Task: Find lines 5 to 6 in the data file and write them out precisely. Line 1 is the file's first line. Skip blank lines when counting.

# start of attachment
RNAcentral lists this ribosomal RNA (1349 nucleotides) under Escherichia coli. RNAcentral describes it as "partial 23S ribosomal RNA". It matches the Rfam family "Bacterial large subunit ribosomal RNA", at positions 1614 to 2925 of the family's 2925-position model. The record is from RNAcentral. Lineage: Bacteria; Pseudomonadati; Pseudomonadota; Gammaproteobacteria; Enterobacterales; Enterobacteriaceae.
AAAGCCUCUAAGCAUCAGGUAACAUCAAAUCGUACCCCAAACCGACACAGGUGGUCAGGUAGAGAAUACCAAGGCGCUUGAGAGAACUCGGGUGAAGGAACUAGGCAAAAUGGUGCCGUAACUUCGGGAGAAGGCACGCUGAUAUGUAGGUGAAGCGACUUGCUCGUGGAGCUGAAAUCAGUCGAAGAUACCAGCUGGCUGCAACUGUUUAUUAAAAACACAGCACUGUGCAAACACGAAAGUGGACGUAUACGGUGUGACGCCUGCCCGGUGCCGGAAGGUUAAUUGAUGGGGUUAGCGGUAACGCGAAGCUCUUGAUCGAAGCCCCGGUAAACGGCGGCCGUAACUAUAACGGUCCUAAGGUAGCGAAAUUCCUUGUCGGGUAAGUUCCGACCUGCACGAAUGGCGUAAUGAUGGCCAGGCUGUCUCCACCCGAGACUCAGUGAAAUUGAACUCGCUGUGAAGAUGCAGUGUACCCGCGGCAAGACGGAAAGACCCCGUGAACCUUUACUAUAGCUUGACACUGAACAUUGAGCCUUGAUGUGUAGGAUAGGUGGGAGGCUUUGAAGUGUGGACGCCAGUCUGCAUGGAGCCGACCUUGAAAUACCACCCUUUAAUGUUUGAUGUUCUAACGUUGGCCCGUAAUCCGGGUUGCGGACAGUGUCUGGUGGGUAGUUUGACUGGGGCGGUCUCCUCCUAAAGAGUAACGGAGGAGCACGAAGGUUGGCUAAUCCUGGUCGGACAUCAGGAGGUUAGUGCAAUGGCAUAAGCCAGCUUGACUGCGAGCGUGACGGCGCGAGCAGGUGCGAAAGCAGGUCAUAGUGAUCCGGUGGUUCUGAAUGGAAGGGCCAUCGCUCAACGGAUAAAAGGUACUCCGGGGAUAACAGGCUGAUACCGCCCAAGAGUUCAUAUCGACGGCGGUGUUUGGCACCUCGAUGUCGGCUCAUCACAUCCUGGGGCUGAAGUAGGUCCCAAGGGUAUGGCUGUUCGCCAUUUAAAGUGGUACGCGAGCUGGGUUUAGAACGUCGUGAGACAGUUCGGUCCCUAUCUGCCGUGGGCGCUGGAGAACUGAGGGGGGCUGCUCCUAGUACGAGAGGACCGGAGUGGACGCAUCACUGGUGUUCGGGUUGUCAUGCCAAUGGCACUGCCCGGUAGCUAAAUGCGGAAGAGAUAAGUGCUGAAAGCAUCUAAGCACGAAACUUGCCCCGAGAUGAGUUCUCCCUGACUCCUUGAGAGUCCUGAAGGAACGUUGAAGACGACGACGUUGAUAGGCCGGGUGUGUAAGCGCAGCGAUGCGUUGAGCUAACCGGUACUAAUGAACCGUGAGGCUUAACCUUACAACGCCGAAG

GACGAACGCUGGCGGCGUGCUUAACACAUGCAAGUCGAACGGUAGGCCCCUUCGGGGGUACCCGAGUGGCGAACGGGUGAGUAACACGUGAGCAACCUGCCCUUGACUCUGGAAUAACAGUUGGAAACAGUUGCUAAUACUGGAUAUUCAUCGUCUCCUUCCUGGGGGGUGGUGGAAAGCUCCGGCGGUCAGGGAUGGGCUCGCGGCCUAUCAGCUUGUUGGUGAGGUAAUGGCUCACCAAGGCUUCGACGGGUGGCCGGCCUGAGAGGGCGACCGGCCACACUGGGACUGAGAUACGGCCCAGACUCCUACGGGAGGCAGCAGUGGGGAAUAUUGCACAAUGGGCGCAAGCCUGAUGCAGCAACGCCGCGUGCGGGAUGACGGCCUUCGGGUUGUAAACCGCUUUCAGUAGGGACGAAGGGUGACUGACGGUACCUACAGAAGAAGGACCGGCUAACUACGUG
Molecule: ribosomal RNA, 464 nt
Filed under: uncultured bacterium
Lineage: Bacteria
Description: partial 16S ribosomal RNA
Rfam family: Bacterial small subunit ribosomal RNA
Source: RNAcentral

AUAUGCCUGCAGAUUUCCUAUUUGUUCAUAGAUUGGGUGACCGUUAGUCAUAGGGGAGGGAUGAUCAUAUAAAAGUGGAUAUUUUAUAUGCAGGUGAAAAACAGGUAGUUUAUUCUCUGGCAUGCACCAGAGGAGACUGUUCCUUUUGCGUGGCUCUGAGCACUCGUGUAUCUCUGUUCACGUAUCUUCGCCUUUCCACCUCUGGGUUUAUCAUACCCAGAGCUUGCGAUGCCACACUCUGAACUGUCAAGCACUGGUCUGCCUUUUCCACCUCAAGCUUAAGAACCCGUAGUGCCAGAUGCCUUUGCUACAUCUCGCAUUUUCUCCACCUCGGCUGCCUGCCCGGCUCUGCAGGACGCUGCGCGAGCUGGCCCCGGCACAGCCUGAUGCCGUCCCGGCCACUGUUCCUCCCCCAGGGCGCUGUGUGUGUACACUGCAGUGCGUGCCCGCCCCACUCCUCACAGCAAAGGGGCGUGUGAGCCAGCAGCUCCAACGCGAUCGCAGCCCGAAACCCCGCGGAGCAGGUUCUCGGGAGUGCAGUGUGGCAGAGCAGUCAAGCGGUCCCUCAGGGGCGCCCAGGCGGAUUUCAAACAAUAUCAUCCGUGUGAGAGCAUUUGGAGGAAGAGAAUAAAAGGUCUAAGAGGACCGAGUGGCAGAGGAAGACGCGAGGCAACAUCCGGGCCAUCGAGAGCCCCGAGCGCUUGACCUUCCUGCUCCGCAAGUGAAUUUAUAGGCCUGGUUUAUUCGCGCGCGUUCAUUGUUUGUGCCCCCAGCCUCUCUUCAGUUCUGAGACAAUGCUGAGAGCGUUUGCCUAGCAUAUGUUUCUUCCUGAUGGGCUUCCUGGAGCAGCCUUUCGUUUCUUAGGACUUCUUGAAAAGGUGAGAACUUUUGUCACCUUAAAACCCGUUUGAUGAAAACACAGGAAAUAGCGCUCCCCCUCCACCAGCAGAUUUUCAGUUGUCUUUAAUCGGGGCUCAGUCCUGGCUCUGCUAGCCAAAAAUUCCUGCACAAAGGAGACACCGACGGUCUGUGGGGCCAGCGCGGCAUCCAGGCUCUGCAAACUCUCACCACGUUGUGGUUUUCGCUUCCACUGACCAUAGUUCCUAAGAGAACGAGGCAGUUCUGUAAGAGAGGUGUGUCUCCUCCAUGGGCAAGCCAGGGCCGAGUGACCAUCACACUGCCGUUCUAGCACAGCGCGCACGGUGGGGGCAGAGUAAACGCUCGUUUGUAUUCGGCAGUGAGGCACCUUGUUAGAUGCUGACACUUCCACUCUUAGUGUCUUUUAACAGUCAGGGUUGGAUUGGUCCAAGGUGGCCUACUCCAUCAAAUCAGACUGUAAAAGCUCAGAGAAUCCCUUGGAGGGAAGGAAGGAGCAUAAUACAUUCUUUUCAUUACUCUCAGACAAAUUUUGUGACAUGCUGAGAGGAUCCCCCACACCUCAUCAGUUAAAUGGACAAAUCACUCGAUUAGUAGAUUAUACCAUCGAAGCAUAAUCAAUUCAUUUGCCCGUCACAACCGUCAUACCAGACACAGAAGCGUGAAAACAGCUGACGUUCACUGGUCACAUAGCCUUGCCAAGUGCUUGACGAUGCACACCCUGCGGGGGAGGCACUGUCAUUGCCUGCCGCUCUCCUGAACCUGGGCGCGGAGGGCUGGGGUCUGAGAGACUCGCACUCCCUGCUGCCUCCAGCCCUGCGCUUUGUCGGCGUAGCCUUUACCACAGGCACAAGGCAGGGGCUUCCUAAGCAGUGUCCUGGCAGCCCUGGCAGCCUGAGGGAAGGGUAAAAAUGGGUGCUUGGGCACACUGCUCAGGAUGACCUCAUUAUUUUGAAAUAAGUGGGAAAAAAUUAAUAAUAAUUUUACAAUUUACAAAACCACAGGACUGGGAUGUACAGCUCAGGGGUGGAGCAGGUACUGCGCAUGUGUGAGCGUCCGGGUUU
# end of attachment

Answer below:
Filed under: uncultured bacterium
Lineage: Bacteria